Given the current situation in the credit markets, we do anticipate having a more difficult time when seeking refinancing quotes, but we expect to be able to successfully resolve our various financing requirements. So far, our lenders have been negotiating normal mortgage extensions on appropriate market driven terms and at the moment, we do not foresee a problem in this area at least through the end of 2009…This is not to say we have not faced any problems with certain of our properties. We have found it difficult or impossible to arrange debt for new development and/or condominium conversion projects. The market is very reluctant to finance for-sale housing projects. As a result, we have put several new construction or conversion projects on hold and will continue to do so until the market returns to a more normal situation. In one case we even cancelled a deal and took a loss on our contract deposit rather than accepting inferior and expensive financing that would have strained our resources in an inappropriate manner.

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342 Bedford Avenue
760-s.f. one-bed, one-bath
Original listing: 3/11/08; $675,000
Reduced price as of 9/28: $600,000
Listed with The Developers Group

162 16th Street #8C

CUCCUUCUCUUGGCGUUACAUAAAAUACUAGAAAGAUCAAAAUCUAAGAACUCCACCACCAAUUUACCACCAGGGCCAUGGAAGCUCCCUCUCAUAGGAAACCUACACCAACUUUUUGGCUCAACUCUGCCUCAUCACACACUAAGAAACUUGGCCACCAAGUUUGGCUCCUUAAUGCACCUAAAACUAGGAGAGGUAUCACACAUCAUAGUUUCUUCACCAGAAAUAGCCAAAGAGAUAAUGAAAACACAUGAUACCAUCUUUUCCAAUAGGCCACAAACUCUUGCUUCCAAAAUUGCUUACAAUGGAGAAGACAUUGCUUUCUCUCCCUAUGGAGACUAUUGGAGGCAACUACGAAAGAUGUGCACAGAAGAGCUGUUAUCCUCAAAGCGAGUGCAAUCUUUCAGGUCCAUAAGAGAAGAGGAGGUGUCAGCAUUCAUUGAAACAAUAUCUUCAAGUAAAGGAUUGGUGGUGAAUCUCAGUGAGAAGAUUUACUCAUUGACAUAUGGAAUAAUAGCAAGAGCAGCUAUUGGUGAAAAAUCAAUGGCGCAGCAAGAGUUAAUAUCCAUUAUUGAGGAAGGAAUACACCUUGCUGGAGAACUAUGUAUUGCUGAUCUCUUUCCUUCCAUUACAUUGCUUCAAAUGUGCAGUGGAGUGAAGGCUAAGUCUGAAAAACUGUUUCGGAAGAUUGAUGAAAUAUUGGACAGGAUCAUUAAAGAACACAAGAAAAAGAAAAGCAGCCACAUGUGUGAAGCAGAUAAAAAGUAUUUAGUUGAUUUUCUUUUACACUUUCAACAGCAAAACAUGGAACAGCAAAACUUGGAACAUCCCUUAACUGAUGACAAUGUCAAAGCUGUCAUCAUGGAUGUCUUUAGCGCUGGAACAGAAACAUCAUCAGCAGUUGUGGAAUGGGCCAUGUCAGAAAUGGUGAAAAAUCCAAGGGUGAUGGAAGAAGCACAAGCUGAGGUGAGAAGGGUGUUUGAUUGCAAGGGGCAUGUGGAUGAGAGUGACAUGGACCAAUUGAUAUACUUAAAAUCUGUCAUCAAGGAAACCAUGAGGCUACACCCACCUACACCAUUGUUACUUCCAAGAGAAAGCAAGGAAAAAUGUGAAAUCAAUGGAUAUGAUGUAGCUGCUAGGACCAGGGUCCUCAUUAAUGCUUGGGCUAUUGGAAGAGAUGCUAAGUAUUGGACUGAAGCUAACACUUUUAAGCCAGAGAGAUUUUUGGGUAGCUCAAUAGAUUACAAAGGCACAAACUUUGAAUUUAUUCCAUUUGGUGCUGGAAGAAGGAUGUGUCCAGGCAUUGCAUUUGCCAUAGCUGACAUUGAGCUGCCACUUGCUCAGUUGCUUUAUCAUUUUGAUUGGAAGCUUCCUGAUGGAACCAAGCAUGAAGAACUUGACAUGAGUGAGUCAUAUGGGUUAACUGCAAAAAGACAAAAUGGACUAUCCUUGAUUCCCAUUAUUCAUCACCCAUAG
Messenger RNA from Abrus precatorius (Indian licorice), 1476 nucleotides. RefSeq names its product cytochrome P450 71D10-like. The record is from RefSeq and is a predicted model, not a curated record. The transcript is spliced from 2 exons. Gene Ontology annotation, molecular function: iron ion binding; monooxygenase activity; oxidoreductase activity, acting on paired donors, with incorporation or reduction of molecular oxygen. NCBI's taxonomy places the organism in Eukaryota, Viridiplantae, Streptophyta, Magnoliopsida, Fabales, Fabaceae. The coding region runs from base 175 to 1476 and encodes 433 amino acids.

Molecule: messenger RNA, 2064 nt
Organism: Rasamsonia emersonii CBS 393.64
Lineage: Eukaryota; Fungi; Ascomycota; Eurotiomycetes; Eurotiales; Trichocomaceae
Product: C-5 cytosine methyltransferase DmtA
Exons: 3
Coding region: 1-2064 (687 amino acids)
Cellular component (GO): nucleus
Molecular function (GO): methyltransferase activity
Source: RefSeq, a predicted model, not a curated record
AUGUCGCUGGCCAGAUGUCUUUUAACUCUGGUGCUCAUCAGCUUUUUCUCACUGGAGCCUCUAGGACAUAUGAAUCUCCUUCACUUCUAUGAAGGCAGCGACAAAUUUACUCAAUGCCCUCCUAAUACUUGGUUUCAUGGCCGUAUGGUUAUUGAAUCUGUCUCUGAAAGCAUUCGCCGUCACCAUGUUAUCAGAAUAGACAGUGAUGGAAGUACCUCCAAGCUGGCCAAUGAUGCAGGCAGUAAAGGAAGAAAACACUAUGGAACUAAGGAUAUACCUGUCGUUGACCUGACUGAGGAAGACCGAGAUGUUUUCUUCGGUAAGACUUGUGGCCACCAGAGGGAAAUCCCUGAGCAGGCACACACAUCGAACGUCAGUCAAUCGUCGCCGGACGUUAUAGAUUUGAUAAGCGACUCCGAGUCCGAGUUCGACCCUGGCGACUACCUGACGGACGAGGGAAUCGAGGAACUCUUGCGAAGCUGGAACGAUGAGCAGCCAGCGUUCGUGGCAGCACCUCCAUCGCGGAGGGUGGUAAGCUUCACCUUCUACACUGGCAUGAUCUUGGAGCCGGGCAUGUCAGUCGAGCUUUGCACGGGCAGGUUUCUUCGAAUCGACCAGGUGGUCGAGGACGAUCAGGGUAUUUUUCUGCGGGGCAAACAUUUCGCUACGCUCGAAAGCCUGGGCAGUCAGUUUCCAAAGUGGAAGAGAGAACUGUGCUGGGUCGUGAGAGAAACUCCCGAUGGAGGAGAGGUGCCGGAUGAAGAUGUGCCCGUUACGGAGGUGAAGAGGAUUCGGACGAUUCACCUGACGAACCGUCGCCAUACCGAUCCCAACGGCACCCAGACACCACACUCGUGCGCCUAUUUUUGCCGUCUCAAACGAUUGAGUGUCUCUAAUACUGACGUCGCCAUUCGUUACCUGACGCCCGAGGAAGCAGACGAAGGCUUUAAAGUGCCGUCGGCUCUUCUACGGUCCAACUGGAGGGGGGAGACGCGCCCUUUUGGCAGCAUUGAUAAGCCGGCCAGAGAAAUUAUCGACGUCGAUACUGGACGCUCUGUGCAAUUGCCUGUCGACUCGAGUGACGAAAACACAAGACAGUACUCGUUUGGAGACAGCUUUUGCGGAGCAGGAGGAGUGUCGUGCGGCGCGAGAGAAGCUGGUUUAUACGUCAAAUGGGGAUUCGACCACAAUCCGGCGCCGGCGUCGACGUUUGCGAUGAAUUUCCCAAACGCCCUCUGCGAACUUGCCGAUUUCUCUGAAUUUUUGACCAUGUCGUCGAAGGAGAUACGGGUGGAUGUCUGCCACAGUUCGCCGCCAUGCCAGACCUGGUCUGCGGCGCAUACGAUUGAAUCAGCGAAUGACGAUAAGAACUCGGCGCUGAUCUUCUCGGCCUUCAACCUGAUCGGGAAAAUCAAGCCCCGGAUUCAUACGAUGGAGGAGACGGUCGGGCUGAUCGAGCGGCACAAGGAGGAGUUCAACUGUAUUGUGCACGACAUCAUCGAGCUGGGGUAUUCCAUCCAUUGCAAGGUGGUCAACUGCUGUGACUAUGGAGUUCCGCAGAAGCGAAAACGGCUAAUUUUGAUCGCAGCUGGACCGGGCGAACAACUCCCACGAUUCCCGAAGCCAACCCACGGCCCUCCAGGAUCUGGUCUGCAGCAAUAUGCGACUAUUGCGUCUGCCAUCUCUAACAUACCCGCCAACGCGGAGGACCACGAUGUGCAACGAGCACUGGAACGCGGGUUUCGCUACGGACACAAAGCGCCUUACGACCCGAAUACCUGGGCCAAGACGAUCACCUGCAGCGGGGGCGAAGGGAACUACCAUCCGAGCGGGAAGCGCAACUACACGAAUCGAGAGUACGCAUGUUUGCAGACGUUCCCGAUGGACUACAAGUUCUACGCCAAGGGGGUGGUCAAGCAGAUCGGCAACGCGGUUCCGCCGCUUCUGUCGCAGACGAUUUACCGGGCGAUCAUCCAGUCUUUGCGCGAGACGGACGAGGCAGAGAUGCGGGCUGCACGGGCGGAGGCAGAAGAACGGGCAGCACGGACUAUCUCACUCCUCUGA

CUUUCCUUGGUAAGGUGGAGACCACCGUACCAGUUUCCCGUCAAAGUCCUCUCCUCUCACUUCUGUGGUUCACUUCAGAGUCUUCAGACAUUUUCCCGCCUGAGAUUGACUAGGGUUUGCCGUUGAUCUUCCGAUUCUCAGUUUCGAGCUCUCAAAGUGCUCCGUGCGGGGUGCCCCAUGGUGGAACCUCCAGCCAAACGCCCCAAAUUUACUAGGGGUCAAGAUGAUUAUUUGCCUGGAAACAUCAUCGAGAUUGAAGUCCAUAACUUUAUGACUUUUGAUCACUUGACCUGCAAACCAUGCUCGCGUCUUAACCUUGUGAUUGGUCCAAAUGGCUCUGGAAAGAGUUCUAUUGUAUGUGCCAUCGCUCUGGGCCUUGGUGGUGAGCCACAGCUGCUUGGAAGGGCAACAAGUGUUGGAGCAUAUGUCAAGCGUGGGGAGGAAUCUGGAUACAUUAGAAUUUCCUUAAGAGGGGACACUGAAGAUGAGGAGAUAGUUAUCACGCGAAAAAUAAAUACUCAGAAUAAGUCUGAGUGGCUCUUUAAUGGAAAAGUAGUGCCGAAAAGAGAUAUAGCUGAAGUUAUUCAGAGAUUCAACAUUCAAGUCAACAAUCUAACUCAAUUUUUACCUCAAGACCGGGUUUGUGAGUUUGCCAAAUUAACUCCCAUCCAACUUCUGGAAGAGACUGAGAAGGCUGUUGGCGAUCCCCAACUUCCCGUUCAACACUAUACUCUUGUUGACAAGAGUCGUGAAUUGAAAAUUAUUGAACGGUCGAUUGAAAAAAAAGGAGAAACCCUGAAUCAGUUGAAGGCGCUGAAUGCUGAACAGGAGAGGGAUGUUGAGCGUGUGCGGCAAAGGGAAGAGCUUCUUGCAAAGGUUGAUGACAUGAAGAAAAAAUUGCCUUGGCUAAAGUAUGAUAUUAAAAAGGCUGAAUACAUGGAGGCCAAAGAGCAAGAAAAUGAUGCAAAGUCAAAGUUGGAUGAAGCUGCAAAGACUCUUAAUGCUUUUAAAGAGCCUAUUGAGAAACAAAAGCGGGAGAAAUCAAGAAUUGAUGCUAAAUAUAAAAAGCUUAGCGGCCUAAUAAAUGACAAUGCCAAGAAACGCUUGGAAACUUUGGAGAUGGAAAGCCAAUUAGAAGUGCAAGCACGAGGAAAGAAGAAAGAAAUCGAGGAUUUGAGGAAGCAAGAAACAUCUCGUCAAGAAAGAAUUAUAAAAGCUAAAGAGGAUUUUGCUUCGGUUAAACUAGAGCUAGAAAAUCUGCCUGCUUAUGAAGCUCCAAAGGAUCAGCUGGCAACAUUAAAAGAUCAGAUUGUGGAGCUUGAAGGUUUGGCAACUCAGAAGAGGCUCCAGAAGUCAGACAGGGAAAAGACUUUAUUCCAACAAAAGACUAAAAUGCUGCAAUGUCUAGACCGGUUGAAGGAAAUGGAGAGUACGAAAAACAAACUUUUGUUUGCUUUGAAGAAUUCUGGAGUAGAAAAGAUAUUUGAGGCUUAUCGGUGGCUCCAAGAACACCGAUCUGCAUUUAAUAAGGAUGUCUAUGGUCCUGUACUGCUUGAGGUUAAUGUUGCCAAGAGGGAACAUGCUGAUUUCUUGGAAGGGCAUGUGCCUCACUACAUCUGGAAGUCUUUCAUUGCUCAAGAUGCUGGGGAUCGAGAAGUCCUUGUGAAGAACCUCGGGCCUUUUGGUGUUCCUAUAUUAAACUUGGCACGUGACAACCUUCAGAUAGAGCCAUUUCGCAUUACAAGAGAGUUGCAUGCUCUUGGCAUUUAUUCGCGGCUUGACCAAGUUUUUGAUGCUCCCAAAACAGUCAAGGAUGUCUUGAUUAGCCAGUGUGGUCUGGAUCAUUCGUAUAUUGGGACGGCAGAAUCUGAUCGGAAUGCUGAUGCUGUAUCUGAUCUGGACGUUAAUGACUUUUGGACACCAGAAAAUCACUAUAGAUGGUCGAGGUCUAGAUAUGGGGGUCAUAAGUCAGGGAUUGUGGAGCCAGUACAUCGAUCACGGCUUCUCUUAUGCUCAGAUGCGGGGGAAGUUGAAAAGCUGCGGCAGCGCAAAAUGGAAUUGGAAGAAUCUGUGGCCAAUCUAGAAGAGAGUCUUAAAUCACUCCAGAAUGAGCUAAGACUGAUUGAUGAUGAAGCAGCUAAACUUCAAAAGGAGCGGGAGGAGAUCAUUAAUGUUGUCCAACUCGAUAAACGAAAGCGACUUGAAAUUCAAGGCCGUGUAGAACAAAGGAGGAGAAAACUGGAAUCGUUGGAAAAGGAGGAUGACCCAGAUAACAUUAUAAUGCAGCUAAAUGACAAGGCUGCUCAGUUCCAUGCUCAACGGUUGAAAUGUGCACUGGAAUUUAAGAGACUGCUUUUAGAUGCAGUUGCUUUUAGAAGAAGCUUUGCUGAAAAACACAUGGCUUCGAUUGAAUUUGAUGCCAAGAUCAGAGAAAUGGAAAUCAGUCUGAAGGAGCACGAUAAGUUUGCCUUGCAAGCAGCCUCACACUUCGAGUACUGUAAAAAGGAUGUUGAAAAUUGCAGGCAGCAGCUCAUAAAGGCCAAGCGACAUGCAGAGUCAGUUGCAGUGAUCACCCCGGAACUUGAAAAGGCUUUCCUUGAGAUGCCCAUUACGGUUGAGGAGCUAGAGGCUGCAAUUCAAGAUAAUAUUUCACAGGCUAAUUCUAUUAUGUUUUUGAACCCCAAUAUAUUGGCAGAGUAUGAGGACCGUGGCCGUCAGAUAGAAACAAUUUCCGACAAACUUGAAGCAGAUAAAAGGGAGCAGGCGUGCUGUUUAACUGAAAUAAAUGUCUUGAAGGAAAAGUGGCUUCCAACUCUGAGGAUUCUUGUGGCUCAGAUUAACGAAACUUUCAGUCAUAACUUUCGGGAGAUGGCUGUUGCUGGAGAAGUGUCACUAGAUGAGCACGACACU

927-s.f. two-bed, two-bath
Original listing: 10/10/2007, $725,146
Reduced price as of 9/24: $675,000
Listed with Aguayo & Huebner

935 Pacific Street #401
1,210-s.f. three-bed, three-bath
Original listing: 5/2/07; $900,000
Price as of 9/27: $799,000
Listed with Elliman.

384 Maple Street #3A
1,834-s.f. four-bed, 2.5-bath
Original listing: 11/03/2007, $741,000
Reduced price as of 9/24: 569,000
Listed with Aguayo & Huebner

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We included 2777 Bedford Avenue in our Open House Picks back in January when it was listed at $649,000. It still hasn’t sold and the price is now down to $599,000. (Judging from the differing sets of photos in the new Mary Kay Gallagher listing versus the photos in the original Brooklyn Properties listing, the sellers have already moved out, suggesting there may be some urgency to the sale now.) We have a little crush on this house Colonial charmer and hope someone who appreciates its historic details comes along and buys it. For those readers who complain about there not being enough lower-priced houses featured, this is as nice a house as you’re going to find in the $600,000 range. Of course, it requires that you want to live in the Brooklyn College area.
2777 Bedford Avenue [Brooklyn Properties] GMAP P*Shark
2777 Bedford Avenue [Mary Kay/NYT]
Open House Picks 1/25/08 [Brownstoner]

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Sales at 525 Clinton Avenue, the 30-unit development in Clinton Hill that also goes by the moniker The Collection, just launched last week. There’s still not a lot more price transparency on the web than when we wrote about it last May, but the Two Trees website provides three data points: (1) a $675,000 one-bedroom (floorplan); (2) a $995,000 three-bedroom (floorplan); (3) a $800,000 two-bedroom (floorplan). Based on the slideshow of the interiors Curbed put together last week, the finishes look pretty nice. We’re also hoping the building will be a much-needed inducement for some better retail to come to nearby Fulton Street.
525 Clinton Avenue One Step Closer To Sales [Brownstoner]
Development Watch: 525 Clinton Avenue [Brownstoner]
525 Clinton Avenue Looking Good [Brownstoner]